As a child, Chanira Bajracharya was worshiped in Nepal, but still made time to study. She is now encouraging the girl goddesses who’ve followed her to do the same.
PATAN, Nepal — When the 6-year-old goddess wept for four days, it was viewed as a terrible omen for Nepal, and her tears appeared to have foreshadowed a national tragedy.
On the last day of her crying, June 1, 2001, the crown prince of Nepal killed nine members of the royal family, including his parents, King Birendra and Queen Aishwarya, before shooting himself.
More than 20 years later, in a nondescript office in Patan, an ancient city a few miles from the capital, Kathmandu, that girl who had been worshiped as a goddess was now a woman concerned with more earthly matters: Chanira Bajracharya, a freshly minted M.B.A., was handling loan applications at the financial services firm where she works.
Her ability to land a corporate job has set her apart from most other former kumari, women who in their prepubescent youth were worshiped as the living embodiment of a Hindu goddess — but most of whom were denied education.
“People used to think because she’s a goddess, she knows everything,” said Ms. Bajracharya, 27. “And who dares to teach a goddess?”
She was speaking at the family home in Patan, where she had performed her divine duties for 10 years.
The walls of one room were covered with photographs of her in full kumari regalia, a small girl with brightly painted lips and eyes lined with kohl. In one photograph, she is looking down imperiously at the last king of Nepal, Gyanendra, the assassin’s brother.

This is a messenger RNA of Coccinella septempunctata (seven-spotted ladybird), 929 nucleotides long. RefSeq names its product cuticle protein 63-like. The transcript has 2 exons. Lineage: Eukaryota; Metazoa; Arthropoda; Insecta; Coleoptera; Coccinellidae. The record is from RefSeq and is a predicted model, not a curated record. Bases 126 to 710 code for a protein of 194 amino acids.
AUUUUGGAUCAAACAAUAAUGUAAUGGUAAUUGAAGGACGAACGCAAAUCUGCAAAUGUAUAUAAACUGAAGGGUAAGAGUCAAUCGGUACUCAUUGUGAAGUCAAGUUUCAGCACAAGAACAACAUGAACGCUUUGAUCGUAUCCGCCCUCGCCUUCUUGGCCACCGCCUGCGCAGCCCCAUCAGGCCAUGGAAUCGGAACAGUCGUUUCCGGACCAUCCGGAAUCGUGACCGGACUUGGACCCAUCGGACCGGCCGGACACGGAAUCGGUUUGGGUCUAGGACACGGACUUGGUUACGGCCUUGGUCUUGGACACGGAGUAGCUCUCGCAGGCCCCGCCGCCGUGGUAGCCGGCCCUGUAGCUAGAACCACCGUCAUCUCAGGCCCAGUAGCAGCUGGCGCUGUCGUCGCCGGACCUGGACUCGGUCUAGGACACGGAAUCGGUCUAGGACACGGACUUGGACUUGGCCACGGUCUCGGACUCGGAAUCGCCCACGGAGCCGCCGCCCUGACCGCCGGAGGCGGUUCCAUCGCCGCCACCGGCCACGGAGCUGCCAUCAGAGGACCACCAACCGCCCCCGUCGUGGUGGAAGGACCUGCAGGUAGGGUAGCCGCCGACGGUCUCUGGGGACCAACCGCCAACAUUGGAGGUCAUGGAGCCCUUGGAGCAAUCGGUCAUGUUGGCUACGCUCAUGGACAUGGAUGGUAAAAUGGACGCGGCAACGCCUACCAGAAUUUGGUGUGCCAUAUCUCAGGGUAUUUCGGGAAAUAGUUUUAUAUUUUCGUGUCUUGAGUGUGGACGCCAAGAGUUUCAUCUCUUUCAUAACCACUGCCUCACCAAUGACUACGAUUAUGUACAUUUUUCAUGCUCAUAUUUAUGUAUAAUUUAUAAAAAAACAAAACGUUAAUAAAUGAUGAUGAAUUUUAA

Her days were often spent receiving a long line of visitors, who would kneel at her tiny feet, which were never supposed to touch the ground outside. The devotees would place offerings of cash and fruit into brass bowls as, wordlessly, Chanira would stretch out an arm covered in red satin, smudging vermilion paste, a religious marker called a tika, on their foreheads as a blessing.
The institution of the kumari, which means “virgin” in Nepali, stretches back seven centuries. The tradition centers on the story of a Hindu goddess, Taleju, who gave counsel to a king.
At one meeting, he tried to sexually assault her, and she disappeared. He expressed such remorse that she told him that while she would never again reappear in her own body, he should worship a young girl, through whom the goddess would continue her kingly counsel.
Since the 14th century, girls as young as 2 have been chosen from Buddhist families from the Newar community living in the Kathmandu Valley.
A dozen children are bestowed the title of kumari at any one time, but only three, representing the three ancient kingdoms of the Kathmandu Valley, including Patan, observe the kumari lifestyle full-time. The other goddesses, Ms. Bajracharya said, are “just part-time.”
The kumari, Ms. Bajracharya said, act as a syncretic symbol between Hinduism and Buddhism, the largest faiths in Nepal, a country of about 30 million.
“Under Buddhist culture children are protectors,” said Chunda Bajracharya, a retired professor of the Newar language who is not related to the former kumari. “It’s our culture, tradition and a matter of pride,” she said.